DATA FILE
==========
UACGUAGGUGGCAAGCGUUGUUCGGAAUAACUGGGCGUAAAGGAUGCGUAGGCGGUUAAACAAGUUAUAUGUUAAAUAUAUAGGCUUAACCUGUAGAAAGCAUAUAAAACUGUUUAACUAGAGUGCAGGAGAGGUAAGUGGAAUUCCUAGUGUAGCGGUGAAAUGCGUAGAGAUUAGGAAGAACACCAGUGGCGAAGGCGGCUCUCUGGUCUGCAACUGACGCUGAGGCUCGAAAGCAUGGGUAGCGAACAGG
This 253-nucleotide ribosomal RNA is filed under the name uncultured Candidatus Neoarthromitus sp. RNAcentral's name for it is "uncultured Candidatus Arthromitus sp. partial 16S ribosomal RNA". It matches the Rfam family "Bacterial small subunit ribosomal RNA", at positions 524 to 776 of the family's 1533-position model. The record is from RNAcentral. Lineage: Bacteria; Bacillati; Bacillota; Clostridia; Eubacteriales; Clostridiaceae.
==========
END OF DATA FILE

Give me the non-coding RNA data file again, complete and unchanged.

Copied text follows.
UACGUAGGUGGCAAGCGUUGUUCGGAAUAACUGGGCGUAAAGGAUGCGUAGGCGGUUAAACAAGUUAUAUGUUAAAUAUAUAGGCUUAACCUGUAGAAAGCAUAUAAAACUGUUUAACUAGAGUGCAGGAGAGGUAAGUGGAAUUCCUAGUGUAGCGGUGAAAUGCGUAGAGAUUAGGAAGAACACCAGUGGCGAAGGCGGCUCUCUGGUCUGCAACUGACGCUGAGGCUCGAAAGCAUGGGUAGCGAACAGG
This 253-nucleotide ribosomal RNA is filed under the name uncultured Candidatus Neoarthromitus sp. RNAcentral's name for it is "uncultured Candidatus Arthromitus sp. partial 16S ribosomal RNA". It matches the Rfam family "Bacterial small subunit ribosomal RNA", at positions 524 to 776 of the family's 1533-position model. The record is from RNAcentral. Lineage: Bacteria; Bacillati; Bacillota; Clostridia; Eubacteriales; Clostridiaceae.